noun Date: 1959 a camera for recording very fast or short-lived phenomena (as fluorescence or shock waves)
streaked
adjective Date: 1576 1. marked with stripes or linear discolorations 2. physically or mentally disturbed ; upset
streaker
noun see streak II
streakiness
noun see streaky
streaking
noun Date: circa 1964 the lightening (as by chemicals) of a few long strands of hair to produce a streaked effect
streaky
adjective (streakier; -est) Date: 1722 1. marked with streaks 2. apprehensive 3. apt to vary (as in effectiveness) ; unreliable • streakiness noun
stream
I. noun Etymology: Middle English streme, from Old English strēam; akin to Old High German stroum stream, Greek rhein to flow Date: before 12th century 1. a body of running ...
stream of consciousness
Date: 1855 1. the continuous unedited chronological flow of conscious experience through the mind 2. interior monologue
streambed
noun Date: 1857 the channel occupied or formerly occupied by a stream
streamer
noun Date: 13th century 1. a. a flag that streams in the wind; especially pennant b. any long narrow wavy strip resembling or suggesting a banner floating in the wind ...
streaming
I. noun Date: 14th century 1. an act or instance of flowing; specifically cyclosis 2. British tracking II. adjective Date: 1980 relating to or being the transfer of data ...
streamlet
noun Date: circa 1552 a small stream
streamline
I. noun Date: 1868 1. the path of a particle in a fluid relative to a solid body past which the fluid is moving in smooth flow without turbulence 2. a. a contour ...
streamlined
adjective Date: 1913 1. a. contoured to reduce resistance to motion through a fluid (as air) b. stripped of nonessentials ; compact c. effectively integrated ; ...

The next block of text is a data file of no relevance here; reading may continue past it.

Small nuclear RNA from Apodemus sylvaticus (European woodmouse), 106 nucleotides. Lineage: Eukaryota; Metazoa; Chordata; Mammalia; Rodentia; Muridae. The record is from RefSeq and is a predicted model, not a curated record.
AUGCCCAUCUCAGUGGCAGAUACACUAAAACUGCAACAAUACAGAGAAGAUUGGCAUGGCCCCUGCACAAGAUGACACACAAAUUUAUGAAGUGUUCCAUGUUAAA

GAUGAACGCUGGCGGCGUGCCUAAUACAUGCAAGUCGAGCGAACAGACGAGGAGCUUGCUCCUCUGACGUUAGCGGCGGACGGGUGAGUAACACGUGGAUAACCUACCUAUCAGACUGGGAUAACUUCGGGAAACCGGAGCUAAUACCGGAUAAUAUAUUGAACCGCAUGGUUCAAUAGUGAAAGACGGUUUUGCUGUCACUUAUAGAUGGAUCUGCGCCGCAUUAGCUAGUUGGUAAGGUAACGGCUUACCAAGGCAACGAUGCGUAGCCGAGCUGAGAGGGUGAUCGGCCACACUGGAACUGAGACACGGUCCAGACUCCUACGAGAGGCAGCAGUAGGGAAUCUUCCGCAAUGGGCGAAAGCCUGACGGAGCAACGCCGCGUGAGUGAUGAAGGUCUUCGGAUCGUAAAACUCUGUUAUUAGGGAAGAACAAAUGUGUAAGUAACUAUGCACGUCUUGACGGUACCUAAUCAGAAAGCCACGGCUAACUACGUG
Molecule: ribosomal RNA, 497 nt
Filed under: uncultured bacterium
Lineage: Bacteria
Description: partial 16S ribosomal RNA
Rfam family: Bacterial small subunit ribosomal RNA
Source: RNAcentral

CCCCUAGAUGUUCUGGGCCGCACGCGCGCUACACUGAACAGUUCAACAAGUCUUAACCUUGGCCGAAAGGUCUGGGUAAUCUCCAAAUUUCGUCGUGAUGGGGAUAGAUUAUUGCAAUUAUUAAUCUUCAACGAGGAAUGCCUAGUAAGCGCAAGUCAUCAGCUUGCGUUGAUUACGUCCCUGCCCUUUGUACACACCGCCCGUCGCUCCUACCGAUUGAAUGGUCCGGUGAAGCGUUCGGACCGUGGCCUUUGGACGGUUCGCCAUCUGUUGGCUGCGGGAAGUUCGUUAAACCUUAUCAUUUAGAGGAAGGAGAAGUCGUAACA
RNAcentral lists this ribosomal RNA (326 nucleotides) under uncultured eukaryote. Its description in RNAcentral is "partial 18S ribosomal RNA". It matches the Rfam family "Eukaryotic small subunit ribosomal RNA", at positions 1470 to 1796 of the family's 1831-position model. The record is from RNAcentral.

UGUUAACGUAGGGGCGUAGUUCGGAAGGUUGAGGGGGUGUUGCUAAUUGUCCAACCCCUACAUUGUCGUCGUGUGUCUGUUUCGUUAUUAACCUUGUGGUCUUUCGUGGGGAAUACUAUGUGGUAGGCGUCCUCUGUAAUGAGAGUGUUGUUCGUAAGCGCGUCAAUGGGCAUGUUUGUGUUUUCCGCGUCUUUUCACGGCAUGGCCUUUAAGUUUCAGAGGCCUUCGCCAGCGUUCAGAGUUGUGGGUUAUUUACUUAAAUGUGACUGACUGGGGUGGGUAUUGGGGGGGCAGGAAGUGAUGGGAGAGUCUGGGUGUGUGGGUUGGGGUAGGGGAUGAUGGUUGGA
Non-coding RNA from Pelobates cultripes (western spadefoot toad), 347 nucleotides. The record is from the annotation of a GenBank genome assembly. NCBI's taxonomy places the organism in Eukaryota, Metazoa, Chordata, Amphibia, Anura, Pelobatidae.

streamliner
noun Date: 1934 one that is streamlined; especially a streamlined train
streamside
noun Date: 1844 the land bordering on a stream
Streamwood
geographical name village NE Illinois E of Elgin population 36,407
streek
transitive verb Etymology: Middle English (northern dialect) streken; akin to Old English streccan to stretch Date: 13th century 1. chiefly Scottish stretch, extend 2. ...
streel
I. intransitive verb Etymology: Irish straoill-, sraoill- to tear apart, trail, trudge, from Old Irish sroiglid he scourges, from sroigell scourge, from Latin flagellum — ...
street
I. noun Etymology: Middle English strete, from Old English strǣt, from Late Latin strata paved road, from Latin, feminine of stratus, past participle — more at stratum Date: ...
street fighter
noun Date: 1970 a tough belligerent person
street hockey
noun Date: 1964 a game resembling ice hockey played on a hard surface by players wearing shoes or roller skates and using hockey sticks and a small ball
street railway
noun Date: 1853 a line operating streetcars or buses
street smarts
noun plural Date: 1972 the quality of being streetwise
street theater
noun Date: 1967 drama dealing with controversial social and political issues that is usually performed outdoors
street-smart
adjective Date: 1974 streetwise
streetcar
noun Date: 1860 a vehicle on rails used primarily for transporting passengers and typically operating on city streets
streetlamp
noun see streetlight
streetlight
noun Date: 1906 a light usually mounted on a pole and constituting one of a series spaced at intervals along a public street or highway — called also streetlamp
streets
adverb Date: 1898 chiefly British by a considerable margin
streetscape